Carrying water to house way of life

Published 8:35 am Saturday, June 9, 2012

by James D. “Archie” Howell

In our backyard, about a 100 feet slightly downhill from our back door is our water well.

About a 100 feet from our back door downhill in another direction is our outhouse. It’s about 100 feet diagonally between the well and the outhouse.

In the early 1900s, communicable diseases ravaged urban and rural populations alike. Diphtheria, cholera, tuberculosis and other diseases killed thousands.

Visiting nurses were sent into the countryside to educate residents about basic sanitation, relational distances between wells and outhouses, and better care for the sick. Deaths from disease decreased dramatically.

Our well is fairly typical — about four feet in diameter. It’s bricked up about four feet above ground and three below. It has a cover of boards fitted together and cut round to cover the entire well opening.

On one side a hole through the cover serves as a mount for the pump. The pump has a curved handle arranged on a pivot with a plunger extending from the short end through the top of the pump housing.

A spout is cast at the top of the housing. Inside is an upper chamber where the movable pump valve is located. The valve is a circular device with a floating disk and leather washer. It’s a one-way valve.

The lower part of the chamber contains another one-way valve mounted atop a pipe extending to the water below. Pumping action draws water from the reservoir to the upper chamber. Water is trapped there and, with another stroke of the pump, water is raised until it flows out the spout.

The same action has been used to pump water since pumps were first invented. It usually requires priming to get the water started and a container of water is usually left on top of the well cover as a courtesy to the next user.

All water for cooking, bathing, washing, drinking, or other uses comes from this well. Hot or cold, rain or shine, water is pumped and carried in buckets to wherever it’s required.

My aunt and uncle have a well in their front yard; they also have a pump on their back porch. They either built the porch over another well, or dug the well under the porch.

Either way, I think it’s great that you don’t have far to go for water and you don’t have to go out in nasty weather.

They also have a wood-burning cook stove with a thermometer built right into the oven door. You don’t have to guess about temperature. The stove has a warming shelf that extends from the back out over the cooking surface.

Their outhouse is a two-holer, very modern.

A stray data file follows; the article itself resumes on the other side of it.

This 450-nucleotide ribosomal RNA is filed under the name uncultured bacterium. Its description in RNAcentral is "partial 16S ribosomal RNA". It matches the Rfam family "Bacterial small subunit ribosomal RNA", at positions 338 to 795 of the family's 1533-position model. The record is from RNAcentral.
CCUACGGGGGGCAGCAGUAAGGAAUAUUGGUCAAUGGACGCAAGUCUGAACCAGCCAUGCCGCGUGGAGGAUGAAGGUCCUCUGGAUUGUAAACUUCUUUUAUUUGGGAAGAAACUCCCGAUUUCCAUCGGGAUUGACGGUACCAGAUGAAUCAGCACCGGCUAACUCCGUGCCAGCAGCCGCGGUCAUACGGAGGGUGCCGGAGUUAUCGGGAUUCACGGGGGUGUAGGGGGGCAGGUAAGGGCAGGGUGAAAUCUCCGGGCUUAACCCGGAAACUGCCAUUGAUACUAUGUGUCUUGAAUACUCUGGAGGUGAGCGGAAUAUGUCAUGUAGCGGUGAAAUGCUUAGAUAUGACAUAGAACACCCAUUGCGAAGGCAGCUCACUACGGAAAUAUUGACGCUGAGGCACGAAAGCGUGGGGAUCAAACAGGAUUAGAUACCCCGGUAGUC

Other water wells are equipped with a pulley arrangement attached to a beam above the cover. These wells have a divided cover — some hinged, some not — to allow a bucket to be lowered and raised.

Still others use a rope wrapped around a spindle that is turned with a crank to raise and lower the bucket; none of my relatives use this type.

Near Walters there’s a very old well. The bricked part is pretty standard, but it has a tall post with a long, strong pole affixed to its top. One end of the long pole has a rope attached. The other is attached to a smaller longish pole, hanging vertically.

That pole is lowered into the well with a bucket attached. Then it’s raised hand over hand, or the rope is pulled to raise the bucket full of water. It seems like a lot more work, but it gets the job done and can be built with wood and rawhide.

Worn parts could be made and replaced on site. Water buckets don’t have to be metal. Metal was expensive and scarce.

Water wells and outhouses are a part of my heritage.

Fresh, clean water flows from bright shiny faucets in my house. Waste water disappears down a shiny drain. Hot water is available on demand, and the temperature can be controlled anywhere between cold and hot at will.

I try to conserve water as a way of life along with other conservation and recycling efforts, but sometimes I just stare at that clean cool stream and marvel about how it got there.

I’m back in our backyard, carrying water from our well to the house. I struggle to change hands with the bucket as it becomes uncomfortable. I can feel the pull of the bucket’s weight and the cool splash of spilled water on my legs. I am home.

James D. “Archie” Howell is a Southampton County native and 1955 graduate of Franklin High School. He can be reached at